A second option is to feature a bird that is angled towards the film plane. The bird may be angled just a bit towards you, nearly facing you, or anywhere in between. These types of orientations work well with both horizontal and vertical compositions, and are especially effective when the bird opens its mouth to yawn or to call—the better to look down your throat, my dear! The same can be said in instances where the subject is facing directly at the camera. These types of images, especially when the bird is staring right down the barrel of the lens, can have high emotional impact. Avian subjects can—depending on the species or family—look serious, comical, threatening, irritated, puzzled, inquisitive, belligerent or studious among others. Perhaps it is when birds are looking right at us that they appear most human. Either of the facing-forward orientations (angled or direct) works well with flying birds. And if the bird is angled slightly towards your position, even the wings edge-on position can yield some pleasing compositions.

Long-billed curlew © Arthur Morris

Long-billed Curlew – Fort DeSoto Park, FL – Perfect head angle, perfect subject-to-imaging sensor plane orientation, perfect light angle, slightly diffused sunlight, and a low perspective yield a perfect image.

The most difficult orientation to deal with occurs when a bird is facing directly away from the film plane (and from you). When attempting to pull off these extremely difficult types of images, it is almost always best to work in vertical format and to maximize depth of field as much as possible, the latter because an out-of-focus tail coming right at the viewer will always be a sure image killer. Note: there are two head-angle options available here. The traditional approach is to make the image when the bird has its head turned 90 degrees back towards the camera, that is, when the head is parallel to the film plane. A less frequently used strategy here is to create the image when the subject is looking directly away; this may work well when there is a particularly striking pattern on the bird’s back or hind neck. Do realize that when working in overcast, cloudy, cloudy-bright, or cloudy-dark conditions, you are afforded great freedom as far as light angle and subject orientation are concerned, and that the same is true to some degree on clear days when working in the soft light of very early morning or very late afternoon. When working on cloudy days, it is as if you are working in a giant soft-box or under a huge diffusion tent; the light is omni-directional and you rarely need to be concerned with its direction unless you are able to see some sort of shadow.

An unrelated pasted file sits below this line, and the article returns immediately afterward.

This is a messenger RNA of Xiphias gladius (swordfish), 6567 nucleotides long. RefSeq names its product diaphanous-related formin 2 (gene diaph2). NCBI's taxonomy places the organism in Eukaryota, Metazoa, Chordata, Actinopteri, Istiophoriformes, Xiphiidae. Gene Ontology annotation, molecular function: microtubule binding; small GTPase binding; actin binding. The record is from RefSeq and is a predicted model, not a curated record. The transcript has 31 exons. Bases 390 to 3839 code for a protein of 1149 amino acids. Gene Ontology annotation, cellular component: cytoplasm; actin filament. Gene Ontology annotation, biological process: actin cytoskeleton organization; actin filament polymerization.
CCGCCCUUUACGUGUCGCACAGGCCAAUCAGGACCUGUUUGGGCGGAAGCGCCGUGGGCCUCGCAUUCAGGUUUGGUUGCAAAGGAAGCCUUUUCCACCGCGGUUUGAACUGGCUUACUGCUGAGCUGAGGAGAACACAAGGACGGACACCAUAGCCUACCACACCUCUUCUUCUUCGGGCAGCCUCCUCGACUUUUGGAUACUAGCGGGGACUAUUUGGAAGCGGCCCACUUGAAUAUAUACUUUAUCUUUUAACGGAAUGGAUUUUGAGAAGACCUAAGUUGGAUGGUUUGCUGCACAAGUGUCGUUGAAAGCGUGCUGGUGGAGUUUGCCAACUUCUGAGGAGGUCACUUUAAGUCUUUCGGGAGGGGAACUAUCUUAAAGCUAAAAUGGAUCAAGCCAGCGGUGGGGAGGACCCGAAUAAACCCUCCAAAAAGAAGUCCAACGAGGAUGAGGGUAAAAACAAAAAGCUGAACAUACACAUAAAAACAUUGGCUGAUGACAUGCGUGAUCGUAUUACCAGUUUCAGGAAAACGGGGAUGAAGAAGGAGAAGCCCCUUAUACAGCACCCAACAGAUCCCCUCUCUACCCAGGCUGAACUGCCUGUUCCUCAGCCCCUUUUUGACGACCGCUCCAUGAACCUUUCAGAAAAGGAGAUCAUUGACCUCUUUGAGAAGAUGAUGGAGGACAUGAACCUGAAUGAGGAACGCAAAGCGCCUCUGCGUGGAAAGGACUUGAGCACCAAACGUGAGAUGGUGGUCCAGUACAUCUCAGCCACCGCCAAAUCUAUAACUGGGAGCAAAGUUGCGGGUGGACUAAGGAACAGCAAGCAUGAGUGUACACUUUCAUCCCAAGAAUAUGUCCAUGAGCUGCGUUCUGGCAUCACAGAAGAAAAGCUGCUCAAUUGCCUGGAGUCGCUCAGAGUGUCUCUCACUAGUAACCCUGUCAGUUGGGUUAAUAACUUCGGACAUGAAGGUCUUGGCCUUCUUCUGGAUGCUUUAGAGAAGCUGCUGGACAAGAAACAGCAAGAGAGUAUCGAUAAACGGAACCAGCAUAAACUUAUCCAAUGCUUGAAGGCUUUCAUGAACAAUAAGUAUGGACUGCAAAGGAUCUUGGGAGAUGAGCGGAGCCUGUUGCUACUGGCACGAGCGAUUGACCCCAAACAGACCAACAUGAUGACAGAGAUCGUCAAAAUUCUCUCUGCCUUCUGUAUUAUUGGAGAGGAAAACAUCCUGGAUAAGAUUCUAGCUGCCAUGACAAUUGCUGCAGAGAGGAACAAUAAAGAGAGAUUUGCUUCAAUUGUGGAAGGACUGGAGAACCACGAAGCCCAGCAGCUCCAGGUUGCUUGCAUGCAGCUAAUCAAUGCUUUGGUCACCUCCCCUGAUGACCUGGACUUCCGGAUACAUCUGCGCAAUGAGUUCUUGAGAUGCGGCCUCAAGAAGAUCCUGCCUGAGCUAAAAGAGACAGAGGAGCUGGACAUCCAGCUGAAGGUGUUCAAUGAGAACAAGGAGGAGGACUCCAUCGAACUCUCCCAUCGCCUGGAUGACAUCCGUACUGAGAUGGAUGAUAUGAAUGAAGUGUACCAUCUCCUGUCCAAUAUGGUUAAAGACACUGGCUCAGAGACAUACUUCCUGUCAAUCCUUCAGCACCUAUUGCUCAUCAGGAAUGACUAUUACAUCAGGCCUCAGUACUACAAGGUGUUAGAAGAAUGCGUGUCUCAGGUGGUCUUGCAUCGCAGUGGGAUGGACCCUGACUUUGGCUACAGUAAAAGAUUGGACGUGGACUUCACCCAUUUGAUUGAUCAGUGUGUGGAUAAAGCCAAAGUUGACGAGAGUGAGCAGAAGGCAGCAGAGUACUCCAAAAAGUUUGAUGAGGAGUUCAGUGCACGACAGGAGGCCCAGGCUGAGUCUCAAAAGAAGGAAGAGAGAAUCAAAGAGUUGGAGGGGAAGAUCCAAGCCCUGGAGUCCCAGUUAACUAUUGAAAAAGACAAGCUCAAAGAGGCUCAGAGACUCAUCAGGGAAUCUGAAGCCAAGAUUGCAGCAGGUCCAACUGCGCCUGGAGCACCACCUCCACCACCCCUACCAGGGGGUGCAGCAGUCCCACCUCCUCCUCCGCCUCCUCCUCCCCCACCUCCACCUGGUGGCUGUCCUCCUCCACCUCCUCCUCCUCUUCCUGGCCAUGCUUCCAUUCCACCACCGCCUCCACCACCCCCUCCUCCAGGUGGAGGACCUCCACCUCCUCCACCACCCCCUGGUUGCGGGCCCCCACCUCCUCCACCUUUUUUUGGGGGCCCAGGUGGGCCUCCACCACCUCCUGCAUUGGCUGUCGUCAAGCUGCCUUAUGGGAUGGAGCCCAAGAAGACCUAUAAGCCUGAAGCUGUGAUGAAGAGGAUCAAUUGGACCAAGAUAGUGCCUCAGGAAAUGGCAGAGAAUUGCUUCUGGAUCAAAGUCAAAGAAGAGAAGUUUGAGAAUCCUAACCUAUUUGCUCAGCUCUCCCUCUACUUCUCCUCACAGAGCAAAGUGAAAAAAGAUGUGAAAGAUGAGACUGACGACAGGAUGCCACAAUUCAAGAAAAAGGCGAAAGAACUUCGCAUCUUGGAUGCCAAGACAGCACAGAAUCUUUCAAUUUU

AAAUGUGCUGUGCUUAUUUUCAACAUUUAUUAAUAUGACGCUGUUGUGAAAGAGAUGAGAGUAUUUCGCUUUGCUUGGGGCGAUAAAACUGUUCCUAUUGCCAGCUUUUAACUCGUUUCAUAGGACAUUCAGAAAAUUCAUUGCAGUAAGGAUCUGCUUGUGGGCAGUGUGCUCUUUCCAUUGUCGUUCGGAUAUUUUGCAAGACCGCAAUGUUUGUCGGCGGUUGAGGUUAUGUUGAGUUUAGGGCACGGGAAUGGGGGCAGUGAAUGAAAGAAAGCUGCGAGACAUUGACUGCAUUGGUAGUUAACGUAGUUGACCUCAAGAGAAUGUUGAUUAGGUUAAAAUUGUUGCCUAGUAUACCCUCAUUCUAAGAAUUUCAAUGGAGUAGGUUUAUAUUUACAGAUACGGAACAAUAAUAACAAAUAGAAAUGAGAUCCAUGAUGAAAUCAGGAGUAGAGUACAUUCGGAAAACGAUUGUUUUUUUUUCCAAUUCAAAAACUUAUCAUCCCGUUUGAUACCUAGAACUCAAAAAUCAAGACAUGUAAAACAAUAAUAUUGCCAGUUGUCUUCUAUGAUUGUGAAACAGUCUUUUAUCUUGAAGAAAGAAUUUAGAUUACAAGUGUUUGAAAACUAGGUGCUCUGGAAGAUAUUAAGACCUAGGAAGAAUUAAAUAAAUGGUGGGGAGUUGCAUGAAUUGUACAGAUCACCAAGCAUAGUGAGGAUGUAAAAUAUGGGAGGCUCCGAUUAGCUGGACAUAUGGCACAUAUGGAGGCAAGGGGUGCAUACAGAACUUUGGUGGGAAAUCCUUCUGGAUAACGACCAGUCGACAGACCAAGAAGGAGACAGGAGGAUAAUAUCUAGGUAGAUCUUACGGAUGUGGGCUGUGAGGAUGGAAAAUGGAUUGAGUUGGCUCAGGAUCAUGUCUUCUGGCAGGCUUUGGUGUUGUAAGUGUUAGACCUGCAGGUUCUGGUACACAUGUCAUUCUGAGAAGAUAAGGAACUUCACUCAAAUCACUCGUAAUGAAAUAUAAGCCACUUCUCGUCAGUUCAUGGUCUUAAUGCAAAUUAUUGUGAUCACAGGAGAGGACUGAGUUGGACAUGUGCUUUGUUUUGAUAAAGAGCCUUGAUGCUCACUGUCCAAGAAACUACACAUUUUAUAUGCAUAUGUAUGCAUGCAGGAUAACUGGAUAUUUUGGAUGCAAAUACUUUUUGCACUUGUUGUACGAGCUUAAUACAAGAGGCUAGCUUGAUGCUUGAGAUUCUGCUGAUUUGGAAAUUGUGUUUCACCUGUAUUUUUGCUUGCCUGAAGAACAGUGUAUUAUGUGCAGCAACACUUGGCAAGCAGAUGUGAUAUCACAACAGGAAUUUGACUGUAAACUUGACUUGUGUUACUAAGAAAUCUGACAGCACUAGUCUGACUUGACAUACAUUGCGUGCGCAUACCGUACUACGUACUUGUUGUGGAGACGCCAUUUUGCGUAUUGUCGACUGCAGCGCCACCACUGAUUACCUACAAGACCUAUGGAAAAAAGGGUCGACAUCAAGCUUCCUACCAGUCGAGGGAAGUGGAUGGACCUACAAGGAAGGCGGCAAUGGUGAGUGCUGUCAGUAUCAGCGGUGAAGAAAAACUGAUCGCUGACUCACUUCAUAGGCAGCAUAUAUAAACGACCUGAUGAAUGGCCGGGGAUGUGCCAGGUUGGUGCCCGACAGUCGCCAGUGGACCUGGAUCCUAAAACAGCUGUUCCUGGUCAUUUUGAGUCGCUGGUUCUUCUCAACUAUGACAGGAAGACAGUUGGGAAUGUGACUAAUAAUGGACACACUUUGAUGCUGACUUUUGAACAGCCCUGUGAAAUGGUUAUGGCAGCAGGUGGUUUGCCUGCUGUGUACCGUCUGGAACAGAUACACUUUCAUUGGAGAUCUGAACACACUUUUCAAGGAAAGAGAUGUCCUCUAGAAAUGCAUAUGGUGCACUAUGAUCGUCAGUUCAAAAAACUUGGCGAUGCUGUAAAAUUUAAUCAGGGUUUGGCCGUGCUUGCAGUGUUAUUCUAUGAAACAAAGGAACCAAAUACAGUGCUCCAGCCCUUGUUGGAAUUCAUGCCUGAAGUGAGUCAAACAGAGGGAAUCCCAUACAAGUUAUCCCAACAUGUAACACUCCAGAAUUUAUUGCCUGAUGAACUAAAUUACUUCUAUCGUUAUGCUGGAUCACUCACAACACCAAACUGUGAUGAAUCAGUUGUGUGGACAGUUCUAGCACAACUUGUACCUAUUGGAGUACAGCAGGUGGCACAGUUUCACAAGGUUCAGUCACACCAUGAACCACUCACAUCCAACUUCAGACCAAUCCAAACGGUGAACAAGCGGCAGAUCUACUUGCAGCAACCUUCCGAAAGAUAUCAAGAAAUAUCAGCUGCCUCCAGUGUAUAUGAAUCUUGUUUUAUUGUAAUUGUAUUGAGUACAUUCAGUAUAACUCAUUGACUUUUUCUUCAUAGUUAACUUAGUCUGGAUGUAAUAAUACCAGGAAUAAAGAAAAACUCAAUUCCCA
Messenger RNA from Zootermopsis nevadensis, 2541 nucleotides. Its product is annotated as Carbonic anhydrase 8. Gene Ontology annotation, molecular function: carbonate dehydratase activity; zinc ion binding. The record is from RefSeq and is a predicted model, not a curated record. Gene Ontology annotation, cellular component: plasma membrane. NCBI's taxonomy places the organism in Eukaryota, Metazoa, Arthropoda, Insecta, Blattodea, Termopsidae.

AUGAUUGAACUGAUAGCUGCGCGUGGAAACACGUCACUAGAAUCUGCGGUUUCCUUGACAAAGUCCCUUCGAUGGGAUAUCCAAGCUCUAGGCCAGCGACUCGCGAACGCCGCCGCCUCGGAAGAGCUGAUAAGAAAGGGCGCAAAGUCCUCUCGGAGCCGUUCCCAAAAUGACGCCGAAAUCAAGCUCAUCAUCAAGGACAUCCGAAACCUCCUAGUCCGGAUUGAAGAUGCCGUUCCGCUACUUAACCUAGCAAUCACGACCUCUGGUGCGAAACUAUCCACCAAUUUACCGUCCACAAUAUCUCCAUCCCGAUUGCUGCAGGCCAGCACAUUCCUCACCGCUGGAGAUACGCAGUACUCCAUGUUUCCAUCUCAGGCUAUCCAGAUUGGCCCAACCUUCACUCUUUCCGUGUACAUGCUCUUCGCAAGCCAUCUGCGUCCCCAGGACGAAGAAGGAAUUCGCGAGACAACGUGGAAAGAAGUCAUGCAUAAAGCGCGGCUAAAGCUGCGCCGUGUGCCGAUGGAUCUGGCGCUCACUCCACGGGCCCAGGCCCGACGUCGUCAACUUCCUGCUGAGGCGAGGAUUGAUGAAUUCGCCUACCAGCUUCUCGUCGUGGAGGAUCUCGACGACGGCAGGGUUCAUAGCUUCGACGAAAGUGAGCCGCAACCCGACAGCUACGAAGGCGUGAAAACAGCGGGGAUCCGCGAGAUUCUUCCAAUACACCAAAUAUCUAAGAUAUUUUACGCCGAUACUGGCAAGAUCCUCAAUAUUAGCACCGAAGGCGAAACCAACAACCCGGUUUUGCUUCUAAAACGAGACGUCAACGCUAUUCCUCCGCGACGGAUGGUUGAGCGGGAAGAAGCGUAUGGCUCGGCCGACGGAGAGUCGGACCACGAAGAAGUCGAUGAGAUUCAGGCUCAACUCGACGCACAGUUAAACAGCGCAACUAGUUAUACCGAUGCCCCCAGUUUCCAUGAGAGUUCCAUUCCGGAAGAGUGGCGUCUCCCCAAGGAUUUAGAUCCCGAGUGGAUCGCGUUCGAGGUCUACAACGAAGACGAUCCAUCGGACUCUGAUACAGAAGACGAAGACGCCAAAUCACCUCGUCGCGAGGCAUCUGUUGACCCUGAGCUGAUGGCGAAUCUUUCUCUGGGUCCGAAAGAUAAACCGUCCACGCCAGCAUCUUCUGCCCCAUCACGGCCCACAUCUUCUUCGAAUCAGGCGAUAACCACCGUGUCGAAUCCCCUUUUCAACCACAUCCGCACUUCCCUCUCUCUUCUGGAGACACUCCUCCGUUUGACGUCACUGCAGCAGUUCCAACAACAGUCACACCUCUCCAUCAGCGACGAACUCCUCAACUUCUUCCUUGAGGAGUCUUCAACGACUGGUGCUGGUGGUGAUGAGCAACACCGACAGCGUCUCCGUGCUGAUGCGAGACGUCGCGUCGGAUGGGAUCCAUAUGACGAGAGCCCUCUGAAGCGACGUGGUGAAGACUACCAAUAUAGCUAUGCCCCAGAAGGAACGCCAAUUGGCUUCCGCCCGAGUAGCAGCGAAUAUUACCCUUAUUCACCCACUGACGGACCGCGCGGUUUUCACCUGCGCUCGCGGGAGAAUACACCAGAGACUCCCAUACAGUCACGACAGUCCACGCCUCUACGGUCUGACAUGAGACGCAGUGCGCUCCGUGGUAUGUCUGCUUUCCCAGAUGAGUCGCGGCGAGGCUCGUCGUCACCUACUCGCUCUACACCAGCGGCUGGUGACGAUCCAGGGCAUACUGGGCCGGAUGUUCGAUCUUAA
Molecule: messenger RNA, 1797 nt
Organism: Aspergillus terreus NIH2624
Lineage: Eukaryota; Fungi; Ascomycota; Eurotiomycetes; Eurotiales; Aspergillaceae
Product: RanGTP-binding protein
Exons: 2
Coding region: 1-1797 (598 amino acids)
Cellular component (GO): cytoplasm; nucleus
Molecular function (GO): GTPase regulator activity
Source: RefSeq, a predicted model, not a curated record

On clear sunny days, subject-to-sensor or to film plane orientation will be determined by wind direction. Unless it is dead calm (or close to it), or your subjects are in a sheltered area, most birds will face directly into the wind. And this holds true not only for birds in flight, but for birds resting on an open beach, for birds perched in a tree or on a wire, or for birds sitting on a clean perch at your feeding set-up. It is important to understand that the very best light angle/wind direction combination for flight will usually not be best for working a group of roosting terns and skimmers.

Here are the basics.

  1. Wind and sun together, that is, from the same direction: ideal for flight, good for birds on the ground or perched.
  2. Wind and sun direction roughly 90 degrees from each other, good to very good for flight photography, excellent for stationary subjects; these are perfect conditions for making images of birds parallel to the film plane. As a general rule, I will photograph as much as ten to fifteen degrees off of the light angle to ensure that the subject is parallel to the film plane, but will wait until the bird turns its head back into the light before making an image.
  3. Wind against sun: generally poor for all types of bird photography unless you can find subjects in sheltered areas. (Note: in all difficult conditions, do not give up; try to allow yourself to think outside of the box and come up with something new.)

Consider the following scenario. It is 5am on the first morning of a Southwest Florida BIRDS AS ART/Instructional Photo Tour when I meet the car-pooling group in the parking lot to exchange pleasantries. We are headed for one of my favorite spots on the planet, the Venice Rookery. Lots of folks, seeing a clear night sky filled with bright stars, remark that it will surely be a great morning. Noting that a cold front had passed through during the night and feeling a chilly northwest wind on my cheek, I inform them that despite the bright sunny conditions that we will encounter, we will have a difficult morning that will offer very little in the way of good flight photography. “How can you possibly know that?â” several ask almost in unison. “It’s easy,” I respond. “The sun rises in the south/southeast. With the wind from the northwest the birds will be flying and landing away from us so that they can land into the wind. And even the birds at the nests will face into the wind (and again, away from the light) as they perform their age-old courtship rituals and feed their chicks.” I explain that things will be better this afternoon at my White Pelican spot as the wind will most likely switch to the west. With the sun setting in the south/southwest, the huge white birds will be flying, landing, and even standing facing into the wind and into the light.